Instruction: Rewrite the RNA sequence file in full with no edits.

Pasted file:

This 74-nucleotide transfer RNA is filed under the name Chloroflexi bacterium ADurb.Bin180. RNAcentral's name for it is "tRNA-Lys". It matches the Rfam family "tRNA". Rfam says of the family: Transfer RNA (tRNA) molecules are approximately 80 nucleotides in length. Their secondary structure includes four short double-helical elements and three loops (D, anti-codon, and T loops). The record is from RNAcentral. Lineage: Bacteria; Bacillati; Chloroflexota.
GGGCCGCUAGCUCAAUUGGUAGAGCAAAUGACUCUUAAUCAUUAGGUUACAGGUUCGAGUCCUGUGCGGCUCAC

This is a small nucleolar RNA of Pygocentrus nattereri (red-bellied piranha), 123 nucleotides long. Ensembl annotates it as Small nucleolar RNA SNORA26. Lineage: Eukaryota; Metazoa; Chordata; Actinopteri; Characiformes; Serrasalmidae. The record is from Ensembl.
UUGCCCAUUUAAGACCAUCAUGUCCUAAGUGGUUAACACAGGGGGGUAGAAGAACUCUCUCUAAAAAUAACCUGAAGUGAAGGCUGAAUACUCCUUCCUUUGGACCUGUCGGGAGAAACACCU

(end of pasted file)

This 74-nucleotide transfer RNA is filed under the name Chloroflexi bacterium ADurb.Bin180. RNAcentral's name for it is "tRNA-Lys". It matches the Rfam family "tRNA". Rfam says of the family: Transfer RNA (tRNA) molecules are approximately 80 nucleotides in length. Their secondary structure includes four short double-helical elements and three loops (D, anti-codon, and T loops). The record is from RNAcentral. Lineage: Bacteria; Bacillati; Chloroflexota.
GGGCCGCUAGCUCAAUUGGUAGAGCAAAUGACUCUUAAUCAUUAGGUUACAGGUUCGAGUCCUGUGCGGCUCAC

This is a small nucleolar RNA of Pygocentrus nattereri (red-bellied piranha), 123 nucleotides long. Ensembl annotates it as Small nucleolar RNA SNORA26. Lineage: Eukaryota; Metazoa; Chordata; Actinopteri; Characiformes; Serrasalmidae. The record is from Ensembl.
UUGCCCAUUUAAGACCAUCAUGUCCUAAGUGGUUAACACAGGGGGGUAGAAGAACUCUCUCUAAAAAUAACCUGAAGUGAAGGCUGAAUACUCCUUCCUUUGGACCUGUCGGGAGAAACACCU